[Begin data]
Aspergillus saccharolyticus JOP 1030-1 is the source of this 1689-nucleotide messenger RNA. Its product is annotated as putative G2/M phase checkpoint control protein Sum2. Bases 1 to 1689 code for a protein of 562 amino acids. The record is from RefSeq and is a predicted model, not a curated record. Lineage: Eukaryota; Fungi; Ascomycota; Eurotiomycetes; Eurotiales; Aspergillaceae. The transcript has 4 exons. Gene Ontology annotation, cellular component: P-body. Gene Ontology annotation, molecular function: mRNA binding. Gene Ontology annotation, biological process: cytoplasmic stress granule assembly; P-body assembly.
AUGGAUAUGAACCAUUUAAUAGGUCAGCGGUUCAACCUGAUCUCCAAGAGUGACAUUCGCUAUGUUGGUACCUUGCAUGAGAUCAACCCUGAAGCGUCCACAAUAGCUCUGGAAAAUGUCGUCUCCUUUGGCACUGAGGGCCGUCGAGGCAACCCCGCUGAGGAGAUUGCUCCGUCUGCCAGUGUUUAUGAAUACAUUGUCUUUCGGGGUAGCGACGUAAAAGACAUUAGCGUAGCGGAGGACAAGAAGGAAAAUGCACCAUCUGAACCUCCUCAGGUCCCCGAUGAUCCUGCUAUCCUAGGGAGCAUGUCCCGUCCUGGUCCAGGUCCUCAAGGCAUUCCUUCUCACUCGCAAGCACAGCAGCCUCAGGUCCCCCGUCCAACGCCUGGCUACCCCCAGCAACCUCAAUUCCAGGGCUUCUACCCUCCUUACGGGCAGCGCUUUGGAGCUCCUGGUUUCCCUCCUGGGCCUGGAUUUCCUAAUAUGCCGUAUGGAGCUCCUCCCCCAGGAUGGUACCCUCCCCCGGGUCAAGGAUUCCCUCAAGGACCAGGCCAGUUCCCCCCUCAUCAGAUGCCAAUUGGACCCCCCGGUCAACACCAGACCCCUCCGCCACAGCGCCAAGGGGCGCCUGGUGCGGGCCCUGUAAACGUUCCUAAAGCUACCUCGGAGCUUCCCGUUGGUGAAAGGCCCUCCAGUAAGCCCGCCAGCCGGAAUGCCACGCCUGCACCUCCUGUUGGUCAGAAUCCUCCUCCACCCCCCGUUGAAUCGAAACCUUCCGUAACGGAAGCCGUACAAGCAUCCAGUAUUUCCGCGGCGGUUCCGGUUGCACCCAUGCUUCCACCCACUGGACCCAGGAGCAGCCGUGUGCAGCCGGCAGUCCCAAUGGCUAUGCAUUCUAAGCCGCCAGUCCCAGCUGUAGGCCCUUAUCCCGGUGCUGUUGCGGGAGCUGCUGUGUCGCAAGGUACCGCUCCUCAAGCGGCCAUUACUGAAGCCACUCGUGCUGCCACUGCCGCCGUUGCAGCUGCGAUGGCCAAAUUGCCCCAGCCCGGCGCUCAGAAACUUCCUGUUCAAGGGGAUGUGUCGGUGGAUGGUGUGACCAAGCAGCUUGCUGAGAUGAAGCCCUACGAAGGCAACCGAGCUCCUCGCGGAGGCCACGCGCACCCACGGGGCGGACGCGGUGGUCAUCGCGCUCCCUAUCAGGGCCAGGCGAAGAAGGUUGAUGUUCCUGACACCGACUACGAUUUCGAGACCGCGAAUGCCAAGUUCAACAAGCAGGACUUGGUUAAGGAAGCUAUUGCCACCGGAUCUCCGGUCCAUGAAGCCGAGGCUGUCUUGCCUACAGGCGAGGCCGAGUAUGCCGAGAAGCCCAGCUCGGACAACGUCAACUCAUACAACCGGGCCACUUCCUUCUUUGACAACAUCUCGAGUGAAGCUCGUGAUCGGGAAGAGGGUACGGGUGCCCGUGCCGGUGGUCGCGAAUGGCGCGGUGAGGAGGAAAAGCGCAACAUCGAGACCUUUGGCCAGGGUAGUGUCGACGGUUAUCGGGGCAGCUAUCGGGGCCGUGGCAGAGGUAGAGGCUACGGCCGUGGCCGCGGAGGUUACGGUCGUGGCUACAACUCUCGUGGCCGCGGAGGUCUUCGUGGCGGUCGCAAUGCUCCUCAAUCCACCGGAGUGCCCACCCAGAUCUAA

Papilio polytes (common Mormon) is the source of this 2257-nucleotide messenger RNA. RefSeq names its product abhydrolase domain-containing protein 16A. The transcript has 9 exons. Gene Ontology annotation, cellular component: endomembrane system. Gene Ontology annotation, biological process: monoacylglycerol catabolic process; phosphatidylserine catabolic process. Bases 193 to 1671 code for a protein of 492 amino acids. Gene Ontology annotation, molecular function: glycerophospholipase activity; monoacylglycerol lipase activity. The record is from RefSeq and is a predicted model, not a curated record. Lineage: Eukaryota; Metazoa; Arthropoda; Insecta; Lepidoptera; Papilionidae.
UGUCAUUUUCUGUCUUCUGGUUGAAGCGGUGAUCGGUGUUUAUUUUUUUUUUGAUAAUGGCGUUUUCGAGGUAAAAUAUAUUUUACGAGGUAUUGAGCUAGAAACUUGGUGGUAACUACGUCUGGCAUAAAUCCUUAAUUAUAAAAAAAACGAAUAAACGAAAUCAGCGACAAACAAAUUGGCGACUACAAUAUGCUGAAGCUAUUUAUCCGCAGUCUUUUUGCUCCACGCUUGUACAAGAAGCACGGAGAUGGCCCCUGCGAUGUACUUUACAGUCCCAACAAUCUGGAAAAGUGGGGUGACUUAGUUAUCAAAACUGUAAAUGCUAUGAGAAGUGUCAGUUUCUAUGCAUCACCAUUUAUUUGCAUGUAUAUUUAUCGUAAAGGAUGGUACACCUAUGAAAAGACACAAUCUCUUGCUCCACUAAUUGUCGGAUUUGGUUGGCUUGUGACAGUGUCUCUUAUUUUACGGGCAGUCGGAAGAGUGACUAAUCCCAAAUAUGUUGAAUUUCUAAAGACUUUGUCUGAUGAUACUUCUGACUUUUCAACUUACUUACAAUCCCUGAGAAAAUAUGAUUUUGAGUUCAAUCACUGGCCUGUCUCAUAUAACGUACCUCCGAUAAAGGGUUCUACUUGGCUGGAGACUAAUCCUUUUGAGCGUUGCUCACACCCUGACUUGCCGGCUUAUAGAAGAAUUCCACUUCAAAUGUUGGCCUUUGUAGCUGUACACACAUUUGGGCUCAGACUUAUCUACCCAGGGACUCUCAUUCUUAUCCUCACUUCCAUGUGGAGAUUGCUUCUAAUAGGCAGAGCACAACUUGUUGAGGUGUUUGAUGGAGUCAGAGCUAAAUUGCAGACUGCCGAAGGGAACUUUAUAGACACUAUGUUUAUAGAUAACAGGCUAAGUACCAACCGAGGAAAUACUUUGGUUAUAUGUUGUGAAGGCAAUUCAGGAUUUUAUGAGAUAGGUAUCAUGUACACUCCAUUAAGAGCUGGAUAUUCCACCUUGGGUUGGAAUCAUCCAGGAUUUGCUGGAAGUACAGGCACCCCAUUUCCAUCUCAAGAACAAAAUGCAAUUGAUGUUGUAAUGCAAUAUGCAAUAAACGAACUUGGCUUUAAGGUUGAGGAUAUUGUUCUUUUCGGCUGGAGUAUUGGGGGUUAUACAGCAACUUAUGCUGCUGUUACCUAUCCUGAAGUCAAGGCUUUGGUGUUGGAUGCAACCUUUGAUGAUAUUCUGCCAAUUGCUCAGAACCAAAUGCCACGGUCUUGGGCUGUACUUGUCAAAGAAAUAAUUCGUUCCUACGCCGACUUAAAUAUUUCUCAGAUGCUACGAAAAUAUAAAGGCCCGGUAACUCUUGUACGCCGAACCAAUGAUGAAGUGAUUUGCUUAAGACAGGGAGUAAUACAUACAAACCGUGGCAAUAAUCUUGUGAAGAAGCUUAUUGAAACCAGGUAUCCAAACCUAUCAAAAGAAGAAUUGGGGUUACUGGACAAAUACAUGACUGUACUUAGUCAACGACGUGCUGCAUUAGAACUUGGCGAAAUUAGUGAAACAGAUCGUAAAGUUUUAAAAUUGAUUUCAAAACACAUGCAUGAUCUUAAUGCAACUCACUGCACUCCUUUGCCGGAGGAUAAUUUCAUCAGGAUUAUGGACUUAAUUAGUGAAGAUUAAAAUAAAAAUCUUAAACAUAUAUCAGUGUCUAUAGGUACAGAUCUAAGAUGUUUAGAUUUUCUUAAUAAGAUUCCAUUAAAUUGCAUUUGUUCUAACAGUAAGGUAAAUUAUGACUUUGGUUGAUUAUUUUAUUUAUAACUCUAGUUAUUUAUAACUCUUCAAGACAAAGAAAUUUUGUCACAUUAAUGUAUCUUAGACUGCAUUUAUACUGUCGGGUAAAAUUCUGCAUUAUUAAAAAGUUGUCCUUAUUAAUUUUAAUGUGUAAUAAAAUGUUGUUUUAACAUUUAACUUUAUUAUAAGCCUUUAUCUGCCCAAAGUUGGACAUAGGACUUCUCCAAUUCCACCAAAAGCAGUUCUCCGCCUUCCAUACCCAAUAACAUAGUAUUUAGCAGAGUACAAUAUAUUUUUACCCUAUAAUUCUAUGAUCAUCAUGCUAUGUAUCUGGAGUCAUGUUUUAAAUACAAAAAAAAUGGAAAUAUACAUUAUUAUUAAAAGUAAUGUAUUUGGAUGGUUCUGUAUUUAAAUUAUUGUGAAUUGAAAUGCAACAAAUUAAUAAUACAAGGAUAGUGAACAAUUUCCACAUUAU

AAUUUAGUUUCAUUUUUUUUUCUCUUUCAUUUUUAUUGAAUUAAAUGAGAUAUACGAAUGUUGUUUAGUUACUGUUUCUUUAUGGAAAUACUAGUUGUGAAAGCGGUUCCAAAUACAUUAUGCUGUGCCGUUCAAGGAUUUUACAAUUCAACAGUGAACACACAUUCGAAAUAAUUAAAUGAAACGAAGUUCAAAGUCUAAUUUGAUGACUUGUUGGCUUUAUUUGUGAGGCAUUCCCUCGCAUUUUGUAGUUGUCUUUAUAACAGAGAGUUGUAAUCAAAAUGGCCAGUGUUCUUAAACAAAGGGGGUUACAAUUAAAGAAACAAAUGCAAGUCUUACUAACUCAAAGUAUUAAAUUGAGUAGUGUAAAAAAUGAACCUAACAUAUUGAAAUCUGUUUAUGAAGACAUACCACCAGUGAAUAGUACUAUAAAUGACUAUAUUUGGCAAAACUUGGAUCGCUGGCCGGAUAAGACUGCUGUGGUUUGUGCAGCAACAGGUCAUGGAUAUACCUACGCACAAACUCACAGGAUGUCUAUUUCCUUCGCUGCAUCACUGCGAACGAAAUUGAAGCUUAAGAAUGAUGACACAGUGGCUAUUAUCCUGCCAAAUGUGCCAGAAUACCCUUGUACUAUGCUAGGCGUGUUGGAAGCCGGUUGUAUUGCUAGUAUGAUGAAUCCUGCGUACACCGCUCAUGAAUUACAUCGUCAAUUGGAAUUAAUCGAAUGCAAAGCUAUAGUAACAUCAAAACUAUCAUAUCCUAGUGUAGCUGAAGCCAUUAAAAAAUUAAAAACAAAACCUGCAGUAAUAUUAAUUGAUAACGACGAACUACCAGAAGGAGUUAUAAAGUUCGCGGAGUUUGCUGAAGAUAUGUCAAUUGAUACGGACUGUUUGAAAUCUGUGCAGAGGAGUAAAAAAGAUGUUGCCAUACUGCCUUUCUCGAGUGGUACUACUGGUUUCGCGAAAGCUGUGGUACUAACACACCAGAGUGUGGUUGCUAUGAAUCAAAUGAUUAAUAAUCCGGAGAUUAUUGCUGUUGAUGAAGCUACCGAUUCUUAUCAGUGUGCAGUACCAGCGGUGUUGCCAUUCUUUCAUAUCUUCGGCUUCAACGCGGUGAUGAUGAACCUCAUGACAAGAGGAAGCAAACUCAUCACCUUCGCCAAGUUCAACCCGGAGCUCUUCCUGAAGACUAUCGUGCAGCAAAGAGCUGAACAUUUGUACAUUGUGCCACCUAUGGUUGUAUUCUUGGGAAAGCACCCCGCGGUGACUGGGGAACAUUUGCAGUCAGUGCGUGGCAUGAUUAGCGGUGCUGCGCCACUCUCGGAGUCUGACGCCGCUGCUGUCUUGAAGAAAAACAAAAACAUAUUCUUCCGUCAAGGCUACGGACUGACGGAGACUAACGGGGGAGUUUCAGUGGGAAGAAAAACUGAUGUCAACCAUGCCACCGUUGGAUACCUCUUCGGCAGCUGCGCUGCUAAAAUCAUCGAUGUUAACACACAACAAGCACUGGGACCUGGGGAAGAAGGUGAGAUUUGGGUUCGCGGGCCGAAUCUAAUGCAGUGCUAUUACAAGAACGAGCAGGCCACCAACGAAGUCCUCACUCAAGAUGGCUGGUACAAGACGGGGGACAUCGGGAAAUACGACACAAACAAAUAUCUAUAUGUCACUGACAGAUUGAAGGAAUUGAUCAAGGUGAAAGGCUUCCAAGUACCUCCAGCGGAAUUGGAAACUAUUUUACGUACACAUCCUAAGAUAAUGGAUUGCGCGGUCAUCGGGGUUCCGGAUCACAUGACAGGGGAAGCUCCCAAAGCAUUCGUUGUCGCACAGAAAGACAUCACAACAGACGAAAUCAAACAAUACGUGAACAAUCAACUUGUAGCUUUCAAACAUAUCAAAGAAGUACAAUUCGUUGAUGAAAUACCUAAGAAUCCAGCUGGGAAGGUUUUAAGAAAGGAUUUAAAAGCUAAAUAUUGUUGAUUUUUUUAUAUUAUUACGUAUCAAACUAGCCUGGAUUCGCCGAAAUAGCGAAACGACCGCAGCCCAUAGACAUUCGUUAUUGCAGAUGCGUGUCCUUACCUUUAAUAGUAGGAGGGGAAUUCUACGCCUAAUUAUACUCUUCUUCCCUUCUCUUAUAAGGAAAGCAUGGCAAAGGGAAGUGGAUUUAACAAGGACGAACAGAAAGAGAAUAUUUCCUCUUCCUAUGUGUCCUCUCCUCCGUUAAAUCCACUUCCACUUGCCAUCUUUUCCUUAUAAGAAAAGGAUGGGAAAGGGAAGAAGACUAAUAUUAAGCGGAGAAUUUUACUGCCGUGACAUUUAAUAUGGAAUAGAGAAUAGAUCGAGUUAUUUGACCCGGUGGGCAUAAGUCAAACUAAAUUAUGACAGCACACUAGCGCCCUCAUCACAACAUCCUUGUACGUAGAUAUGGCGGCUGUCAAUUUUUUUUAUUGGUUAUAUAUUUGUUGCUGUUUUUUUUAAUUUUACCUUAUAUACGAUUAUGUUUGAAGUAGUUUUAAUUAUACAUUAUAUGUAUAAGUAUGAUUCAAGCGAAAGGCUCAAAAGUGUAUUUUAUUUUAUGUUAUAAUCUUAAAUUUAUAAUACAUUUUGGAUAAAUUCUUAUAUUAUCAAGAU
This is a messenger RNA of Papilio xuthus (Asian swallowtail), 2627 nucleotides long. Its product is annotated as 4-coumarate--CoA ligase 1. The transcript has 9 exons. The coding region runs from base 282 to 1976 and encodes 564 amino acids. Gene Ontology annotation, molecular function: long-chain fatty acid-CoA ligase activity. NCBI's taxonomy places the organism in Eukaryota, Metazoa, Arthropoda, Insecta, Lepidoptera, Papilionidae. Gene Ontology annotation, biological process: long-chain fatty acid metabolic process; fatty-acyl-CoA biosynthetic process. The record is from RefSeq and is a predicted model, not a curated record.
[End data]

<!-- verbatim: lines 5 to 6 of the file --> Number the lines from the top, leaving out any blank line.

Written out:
AAUUUAGUUUCAUUUUUUUUUCUCUUUCAUUUUUAUUGAAUUAAAUGAGAUAUACGAAUGUUGUUUAGUUACUGUUUCUUUAUGGAAAUACUAGUUGUGAAAGCGGUUCCAAAUACAUUAUGCUGUGCCGUUCAAGGAUUUUACAAUUCAACAGUGAACACACAUUCGAAAUAAUUAAAUGAAACGAAGUUCAAAGUCUAAUUUGAUGACUUGUUGGCUUUAUUUGUGAGGCAUUCCCUCGCAUUUUGUAGUUGUCUUUAUAACAGAGAGUUGUAAUCAAAAUGGCCAGUGUUCUUAAACAAAGGGGGUUACAAUUAAAGAAACAAAUGCAAGUCUUACUAACUCAAAGUAUUAAAUUGAGUAGUGUAAAAAAUGAACCUAACAUAUUGAAAUCUGUUUAUGAAGACAUACCACCAGUGAAUAGUACUAUAAAUGACUAUAUUUGGCAAAACUUGGAUCGCUGGCCGGAUAAGACUGCUGUGGUUUGUGCAGCAACAGGUCAUGGAUAUACCUACGCACAAACUCACAGGAUGUCUAUUUCCUUCGCUGCAUCACUGCGAACGAAAUUGAAGCUUAAGAAUGAUGACACAGUGGCUAUUAUCCUGCCAAAUGUGCCAGAAUACCCUUGUACUAUGCUAGGCGUGUUGGAAGCCGGUUGUAUUGCUAGUAUGAUGAAUCCUGCGUACACCGCUCAUGAAUUACAUCGUCAAUUGGAAUUAAUCGAAUGCAAAGCUAUAGUAACAUCAAAACUAUCAUAUCCUAGUGUAGCUGAAGCCAUUAAAAAAUUAAAAACAAAACCUGCAGUAAUAUUAAUUGAUAACGACGAACUACCAGAAGGAGUUAUAAAGUUCGCGGAGUUUGCUGAAGAUAUGUCAAUUGAUACGGACUGUUUGAAAUCUGUGCAGAGGAGUAAAAAAGAUGUUGCCAUACUGCCUUUCUCGAGUGGUACUACUGGUUUCGCGAAAGCUGUGGUACUAACACACCAGAGUGUGGUUGCUAUGAAUCAAAUGAUUAAUAAUCCGGAGAUUAUUGCUGUUGAUGAAGCUACCGAUUCUUAUCAGUGUGCAGUACCAGCGGUGUUGCCAUUCUUUCAUAUCUUCGGCUUCAACGCGGUGAUGAUGAACCUCAUGACAAGAGGAAGCAAACUCAUCACCUUCGCCAAGUUCAACCCGGAGCUCUUCCUGAAGACUAUCGUGCAGCAAAGAGCUGAACAUUUGUACAUUGUGCCACCUAUGGUUGUAUUCUUGGGAAAGCACCCCGCGGUGACUGGGGAACAUUUGCAGUCAGUGCGUGGCAUGAUUAGCGGUGCUGCGCCACUCUCGGAGUCUGACGCCGCUGCUGUCUUGAAGAAAAACAAAAACAUAUUCUUCCGUCAAGGCUACGGACUGACGGAGACUAACGGGGGAGUUUCAGUGGGAAGAAAAACUGAUGUCAACCAUGCCACCGUUGGAUACCUCUUCGGCAGCUGCGCUGCUAAAAUCAUCGAUGUUAACACACAACAAGCACUGGGACCUGGGGAAGAAGGUGAGAUUUGGGUUCGCGGGCCGAAUCUAAUGCAGUGCUAUUACAAGAACGAGCAGGCCACCAACGAAGUCCUCACUCAAGAUGGCUGGUACAAGACGGGGGACAUCGGGAAAUACGACACAAACAAAUAUCUAUAUGUCACUGACAGAUUGAAGGAAUUGAUCAAGGUGAAAGGCUUCCAAGUACCUCCAGCGGAAUUGGAAACUAUUUUACGUACACAUCCUAAGAUAAUGGAUUGCGCGGUCAUCGGGGUUCCGGAUCACAUGACAGGGGAAGCUCCCAAAGCAUUCGUUGUCGCACAGAAAGACAUCACAACAGACGAAAUCAAACAAUACGUGAACAAUCAACUUGUAGCUUUCAAACAUAUCAAAGAAGUACAAUUCGUUGAUGAAAUACCUAAGAAUCCAGCUGGGAAGGUUUUAAGAAAGGAUUUAAAAGCUAAAUAUUGUUGAUUUUUUUAUAUUAUUACGUAUCAAACUAGCCUGGAUUCGCCGAAAUAGCGAAACGACCGCAGCCCAUAGACAUUCGUUAUUGCAGAUGCGUGUCCUUACCUUUAAUAGUAGGAGGGGAAUUCUACGCCUAAUUAUACUCUUCUUCCCUUCUCUUAUAAGGAAAGCAUGGCAAAGGGAAGUGGAUUUAACAAGGACGAACAGAAAGAGAAUAUUUCCUCUUCCUAUGUGUCCUCUCCUCCGUUAAAUCCACUUCCACUUGCCAUCUUUUCCUUAUAAGAAAAGGAUGGGAAAGGGAAGAAGACUAAUAUUAAGCGGAGAAUUUUACUGCCGUGACAUUUAAUAUGGAAUAGAGAAUAGAUCGAGUUAUUUGACCCGGUGGGCAUAAGUCAAACUAAAUUAUGACAGCACACUAGCGCCCUCAUCACAACAUCCUUGUACGUAGAUAUGGCGGCUGUCAAUUUUUUUUAUUGGUUAUAUAUUUGUUGCUGUUUUUUUUAAUUUUACCUUAUAUACGAUUAUGUUUGAAGUAGUUUUAAUUAUACAUUAUAUGUAUAAGUAUGAUUCAAGCGAAAGGCUCAAAAGUGUAUUUUAUUUUAUGUUAUAAUCUUAAAUUUAUAAUACAUUUUGGAUAAAUUCUUAUAUUAUCAAGAU
This is a messenger RNA of Papilio xuthus (Asian swallowtail), 2627 nucleotides long. Its product is annotated as 4-coumarate--CoA ligase 1. The transcript has 9 exons. The coding region runs from base 282 to 1976 and encodes 564 amino acids. Gene Ontology annotation, molecular function: long-chain fatty acid-CoA ligase activity. NCBI's taxonomy places the organism in Eukaryota, Metazoa, Arthropoda, Insecta, Lepidoptera, Papilionidae. Gene Ontology annotation, biological process: long-chain fatty acid metabolic process; fatty-acyl-CoA biosynthetic process. The record is from RefSeq and is a predicted model, not a curated record.